> You probably want the ODE (brilliant naming there from OUP - nobody could possibly confuse those two acronyms, could they?) which is an attempt at a modern definitive, without the historical aspect.  As the purposes are different, the OED and ODE are quite separate from each other, which is why you're not finding much about the ODE on the OED website.

 Confused I am  Is OUP  Oxford university press 

OED  Oxford English dictionary 

ODE  Oxford dictionary of English ?

 As below charity shops can’t shift them  

In reply to Name Changed 34:

Yes.  The Oxford University Press (OUP) publishes both the Oxford English Dictionary (OED), which is a historical usage dictionary that aims to record the first use of every sense of every word in the language, and also the Oxford Dictionary of English (ODE), which is a record of the current meaning of every word commonly used in the language today.  If you don't care about the development of words and just want to know their current meaning, then the ODE is more appropriate.

If that's not enough, there are cut-down (both in print size and coverage) versions of both of these dictionaries... there's the Compact OED (using either four or nine pages to one page) which needs a magnifying glass to read, but is still the whole OED, and there's also the Shorter OED which is an abridgement of the full OED.  But most smaller Oxford branded dictionaries are versions of the ODE.

 Bob Kemp 11:07 Sat
In reply to Jamie Wakeham:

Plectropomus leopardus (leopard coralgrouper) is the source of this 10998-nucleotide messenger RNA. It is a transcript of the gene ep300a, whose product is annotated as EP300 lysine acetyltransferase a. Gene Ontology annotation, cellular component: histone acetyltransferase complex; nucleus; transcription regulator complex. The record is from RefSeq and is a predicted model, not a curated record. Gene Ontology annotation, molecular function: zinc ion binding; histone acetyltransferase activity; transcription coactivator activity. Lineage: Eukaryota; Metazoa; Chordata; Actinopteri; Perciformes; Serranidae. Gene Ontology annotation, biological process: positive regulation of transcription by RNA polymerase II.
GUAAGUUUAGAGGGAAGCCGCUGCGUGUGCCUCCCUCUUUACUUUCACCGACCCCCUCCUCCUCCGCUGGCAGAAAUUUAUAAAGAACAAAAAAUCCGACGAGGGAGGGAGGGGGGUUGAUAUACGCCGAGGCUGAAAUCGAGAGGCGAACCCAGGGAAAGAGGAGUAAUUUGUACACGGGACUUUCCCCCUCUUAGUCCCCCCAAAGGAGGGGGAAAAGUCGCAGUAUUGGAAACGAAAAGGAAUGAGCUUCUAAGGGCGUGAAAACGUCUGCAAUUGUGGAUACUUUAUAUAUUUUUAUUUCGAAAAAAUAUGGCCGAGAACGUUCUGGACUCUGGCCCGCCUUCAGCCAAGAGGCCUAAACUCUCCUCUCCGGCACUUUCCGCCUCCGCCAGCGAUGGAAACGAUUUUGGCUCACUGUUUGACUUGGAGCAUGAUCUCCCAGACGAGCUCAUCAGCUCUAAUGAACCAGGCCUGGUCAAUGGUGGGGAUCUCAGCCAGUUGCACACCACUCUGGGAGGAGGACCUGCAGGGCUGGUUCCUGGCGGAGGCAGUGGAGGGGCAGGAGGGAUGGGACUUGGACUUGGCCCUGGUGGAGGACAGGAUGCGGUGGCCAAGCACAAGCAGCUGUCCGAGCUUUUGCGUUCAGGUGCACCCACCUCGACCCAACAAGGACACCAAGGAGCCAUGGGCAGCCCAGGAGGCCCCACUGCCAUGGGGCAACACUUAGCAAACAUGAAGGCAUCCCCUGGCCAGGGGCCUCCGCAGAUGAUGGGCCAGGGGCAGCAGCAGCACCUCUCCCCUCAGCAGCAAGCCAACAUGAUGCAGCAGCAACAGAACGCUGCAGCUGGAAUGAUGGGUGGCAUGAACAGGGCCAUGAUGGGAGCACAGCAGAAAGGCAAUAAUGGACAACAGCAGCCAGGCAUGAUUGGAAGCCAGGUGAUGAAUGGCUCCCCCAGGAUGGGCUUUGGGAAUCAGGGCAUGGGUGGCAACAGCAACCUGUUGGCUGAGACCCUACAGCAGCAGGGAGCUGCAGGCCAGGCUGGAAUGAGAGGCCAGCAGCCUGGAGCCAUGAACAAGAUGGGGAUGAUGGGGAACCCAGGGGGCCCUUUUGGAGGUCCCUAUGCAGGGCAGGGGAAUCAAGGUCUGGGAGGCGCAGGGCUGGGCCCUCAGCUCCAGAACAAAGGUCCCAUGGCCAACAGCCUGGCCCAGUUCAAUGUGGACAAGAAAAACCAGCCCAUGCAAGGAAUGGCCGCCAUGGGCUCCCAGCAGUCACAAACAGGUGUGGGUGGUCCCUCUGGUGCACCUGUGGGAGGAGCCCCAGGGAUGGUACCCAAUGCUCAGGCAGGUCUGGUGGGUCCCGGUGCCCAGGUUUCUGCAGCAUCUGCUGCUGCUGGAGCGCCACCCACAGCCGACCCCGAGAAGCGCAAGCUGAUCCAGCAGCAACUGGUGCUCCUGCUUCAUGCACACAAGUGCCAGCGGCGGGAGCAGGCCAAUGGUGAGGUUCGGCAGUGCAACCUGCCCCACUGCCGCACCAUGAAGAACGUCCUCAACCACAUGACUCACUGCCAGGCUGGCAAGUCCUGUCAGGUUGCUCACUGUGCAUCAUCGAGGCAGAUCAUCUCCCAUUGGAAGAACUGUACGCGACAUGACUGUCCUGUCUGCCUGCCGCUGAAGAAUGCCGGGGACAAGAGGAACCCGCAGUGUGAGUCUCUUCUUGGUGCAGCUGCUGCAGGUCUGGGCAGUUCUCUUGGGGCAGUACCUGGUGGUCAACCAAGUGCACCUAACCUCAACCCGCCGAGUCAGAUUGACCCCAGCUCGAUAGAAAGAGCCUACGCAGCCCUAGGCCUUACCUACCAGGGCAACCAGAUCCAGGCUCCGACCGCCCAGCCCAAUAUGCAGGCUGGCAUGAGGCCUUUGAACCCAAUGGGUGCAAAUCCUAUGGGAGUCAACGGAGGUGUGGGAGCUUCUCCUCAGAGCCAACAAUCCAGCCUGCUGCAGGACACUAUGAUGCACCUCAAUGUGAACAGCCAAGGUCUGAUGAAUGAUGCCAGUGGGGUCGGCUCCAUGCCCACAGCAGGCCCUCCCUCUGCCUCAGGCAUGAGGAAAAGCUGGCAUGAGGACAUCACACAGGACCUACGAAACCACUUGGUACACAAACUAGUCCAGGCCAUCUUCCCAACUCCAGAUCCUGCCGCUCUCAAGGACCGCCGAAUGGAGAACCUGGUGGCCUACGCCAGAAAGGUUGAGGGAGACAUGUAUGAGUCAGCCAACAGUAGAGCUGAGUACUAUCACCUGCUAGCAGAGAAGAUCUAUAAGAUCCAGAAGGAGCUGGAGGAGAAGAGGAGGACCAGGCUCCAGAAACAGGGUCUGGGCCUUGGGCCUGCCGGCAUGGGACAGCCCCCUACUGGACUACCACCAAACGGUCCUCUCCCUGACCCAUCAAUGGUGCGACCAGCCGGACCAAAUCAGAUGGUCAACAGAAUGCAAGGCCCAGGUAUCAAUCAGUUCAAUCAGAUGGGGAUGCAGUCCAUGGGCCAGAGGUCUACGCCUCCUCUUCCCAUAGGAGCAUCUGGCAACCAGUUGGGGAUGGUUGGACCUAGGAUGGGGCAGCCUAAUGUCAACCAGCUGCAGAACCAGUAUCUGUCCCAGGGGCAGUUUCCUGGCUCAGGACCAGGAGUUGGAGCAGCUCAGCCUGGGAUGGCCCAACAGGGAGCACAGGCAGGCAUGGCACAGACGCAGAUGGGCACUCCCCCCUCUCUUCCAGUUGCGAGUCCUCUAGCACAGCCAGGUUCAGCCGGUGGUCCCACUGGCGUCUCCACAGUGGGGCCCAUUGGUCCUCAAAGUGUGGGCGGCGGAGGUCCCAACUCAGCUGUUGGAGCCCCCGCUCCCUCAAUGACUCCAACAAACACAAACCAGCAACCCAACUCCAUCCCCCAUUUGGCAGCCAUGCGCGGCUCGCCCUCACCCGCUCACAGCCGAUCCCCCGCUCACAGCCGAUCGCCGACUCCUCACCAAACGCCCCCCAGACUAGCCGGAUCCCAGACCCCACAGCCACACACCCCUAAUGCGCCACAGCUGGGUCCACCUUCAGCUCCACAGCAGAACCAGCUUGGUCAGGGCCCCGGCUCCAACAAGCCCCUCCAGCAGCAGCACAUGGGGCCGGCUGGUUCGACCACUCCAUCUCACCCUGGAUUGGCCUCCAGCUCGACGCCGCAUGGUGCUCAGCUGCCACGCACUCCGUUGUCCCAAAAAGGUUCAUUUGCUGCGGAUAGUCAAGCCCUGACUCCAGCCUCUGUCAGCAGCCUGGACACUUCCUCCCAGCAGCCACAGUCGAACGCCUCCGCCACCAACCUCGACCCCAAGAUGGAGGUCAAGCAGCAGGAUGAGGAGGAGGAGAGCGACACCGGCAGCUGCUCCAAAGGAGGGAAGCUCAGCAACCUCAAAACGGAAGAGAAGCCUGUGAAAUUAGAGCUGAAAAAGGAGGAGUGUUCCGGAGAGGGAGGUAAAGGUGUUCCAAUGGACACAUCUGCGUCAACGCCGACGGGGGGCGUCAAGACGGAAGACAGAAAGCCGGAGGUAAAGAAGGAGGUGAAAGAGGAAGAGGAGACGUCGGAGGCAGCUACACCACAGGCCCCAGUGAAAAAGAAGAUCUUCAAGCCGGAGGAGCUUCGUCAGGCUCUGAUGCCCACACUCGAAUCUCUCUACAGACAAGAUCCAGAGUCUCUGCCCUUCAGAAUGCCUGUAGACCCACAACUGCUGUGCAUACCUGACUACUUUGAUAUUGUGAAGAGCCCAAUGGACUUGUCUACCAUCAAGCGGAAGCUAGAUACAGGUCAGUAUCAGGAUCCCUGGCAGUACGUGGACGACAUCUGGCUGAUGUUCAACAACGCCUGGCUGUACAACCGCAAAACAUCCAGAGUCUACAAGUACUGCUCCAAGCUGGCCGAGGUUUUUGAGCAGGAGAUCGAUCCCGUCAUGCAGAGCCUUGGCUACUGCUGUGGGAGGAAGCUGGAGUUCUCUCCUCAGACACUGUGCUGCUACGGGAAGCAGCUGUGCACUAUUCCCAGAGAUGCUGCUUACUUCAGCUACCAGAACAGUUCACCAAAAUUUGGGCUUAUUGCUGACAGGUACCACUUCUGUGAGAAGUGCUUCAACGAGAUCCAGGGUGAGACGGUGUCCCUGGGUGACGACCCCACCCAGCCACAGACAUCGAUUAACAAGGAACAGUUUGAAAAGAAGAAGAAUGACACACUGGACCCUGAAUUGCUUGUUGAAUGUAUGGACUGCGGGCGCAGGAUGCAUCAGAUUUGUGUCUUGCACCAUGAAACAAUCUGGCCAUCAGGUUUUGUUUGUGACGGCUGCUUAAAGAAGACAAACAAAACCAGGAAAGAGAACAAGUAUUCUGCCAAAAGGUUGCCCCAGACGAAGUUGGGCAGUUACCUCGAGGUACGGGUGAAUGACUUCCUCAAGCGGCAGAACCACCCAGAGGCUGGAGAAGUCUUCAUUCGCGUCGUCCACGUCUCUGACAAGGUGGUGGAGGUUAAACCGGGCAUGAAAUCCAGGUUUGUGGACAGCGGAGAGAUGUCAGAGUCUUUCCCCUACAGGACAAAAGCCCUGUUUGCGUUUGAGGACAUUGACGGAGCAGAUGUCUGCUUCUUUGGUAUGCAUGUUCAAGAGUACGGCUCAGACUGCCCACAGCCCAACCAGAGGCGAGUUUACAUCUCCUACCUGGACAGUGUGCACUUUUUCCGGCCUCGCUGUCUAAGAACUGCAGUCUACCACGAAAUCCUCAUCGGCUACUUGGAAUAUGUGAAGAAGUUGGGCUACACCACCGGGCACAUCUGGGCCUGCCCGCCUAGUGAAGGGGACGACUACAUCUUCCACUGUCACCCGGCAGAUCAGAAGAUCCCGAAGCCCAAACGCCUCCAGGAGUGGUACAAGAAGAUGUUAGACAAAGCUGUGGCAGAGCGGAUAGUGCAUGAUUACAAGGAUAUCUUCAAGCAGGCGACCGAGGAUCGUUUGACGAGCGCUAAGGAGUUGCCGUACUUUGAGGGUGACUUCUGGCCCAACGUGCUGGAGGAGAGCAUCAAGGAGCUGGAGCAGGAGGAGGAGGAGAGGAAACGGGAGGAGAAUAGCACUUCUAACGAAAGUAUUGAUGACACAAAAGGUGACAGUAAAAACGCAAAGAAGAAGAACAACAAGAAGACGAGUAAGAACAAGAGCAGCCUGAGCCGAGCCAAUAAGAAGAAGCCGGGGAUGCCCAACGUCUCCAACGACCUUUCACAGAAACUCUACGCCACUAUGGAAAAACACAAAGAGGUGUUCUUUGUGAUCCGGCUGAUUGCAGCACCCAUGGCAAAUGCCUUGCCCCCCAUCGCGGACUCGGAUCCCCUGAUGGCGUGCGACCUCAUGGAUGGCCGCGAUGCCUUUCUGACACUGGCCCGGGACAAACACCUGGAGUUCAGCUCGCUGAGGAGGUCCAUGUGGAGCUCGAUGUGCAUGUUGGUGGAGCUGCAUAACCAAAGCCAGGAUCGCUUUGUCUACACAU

We have a 1986 reprint of the two-volume Shorter Oxford. As well as being out of date the two volumes are rather hard to handle in mid-read, so it isn't really very suitable for the OP's purpose. I don't think I've used it for at least a decade.

 Basemetal 13:01 Sat
In reply to Steve Crossley:

Another option- When I was studying in the 80's I bought this Collins Dictionary when it first came out - it had a pretty good coverage of scientific and technical terms for its size, and it wasn't printed on heavy paper (the weight impacts usability of books more than size, I find -I have some real porcelain-filled monsters I dislike using). Education and philosophy books were full of words I simply hadn't come across before and I found it a real help without being silly big.

https://www.wob.com/en-gb/books/collins-uk/collins-english-dictionary/9780007321193?gclid=CjwKCAiA_omPBhBBEiwAcg7smbiSvxr4disZYSXtgXX7TbbzQ1G-Y6TeIFNANopZ__iv4gsUATy12BoC3wUQAvD_BwE

Later, when I was reading a lot 17-19th Century work the Shorter OED (The two volume one) was essential precisely for those long usage history entries to keep track of what an author from a period would have intended by a particular word. Two volumes is instant faff, and they are both big and heavy. Indispensable maybe, but inconvenient nonetheless.

In reply to Steve Crossley:

I have ordered The Chambers 11th Edition, from World of Books, £5.57 delivered. Cannot argue the price, they are not linked to Amazon (I think), and if its no good, I will go and have a schlep around some charity shops.

Just ordered another book at the Library.Arabia through the looking glass, Rock Queen is on the shelf, reading Europe by Jan Morris. Not to mention got Mistakes 9 out of 10 climbers make, on the go. And just subscribed to The New Statesman (never read it, just giving it a go) for 12 weeks.
Its a disease

Thanks for all the help.

In reply to Steve Crossley:

>and thought I had a large vocabulary, until I started reading Jan Morris. I find myself reaching for the Dictionary every other page.

You should try reading Colette in French, and see how far you get.

I have several fat dictionaries that mainly sit on my shelves, untouched.

Since I live on my laptop, I find it handier to use online dictionaries. In the past I subscribed to and used Collins, but now I use the Cambridge (CUP) Dictionary 

https://dictionary.cambridge.org/plus/

so far for free. You can use it as you would a paper dictionary, so it is not quite going down the rabbit hole of the internet, but it does have internet enhancements, such as word clouds of synonyms for any word you look up, that I have found useful.

Post edited at 17:17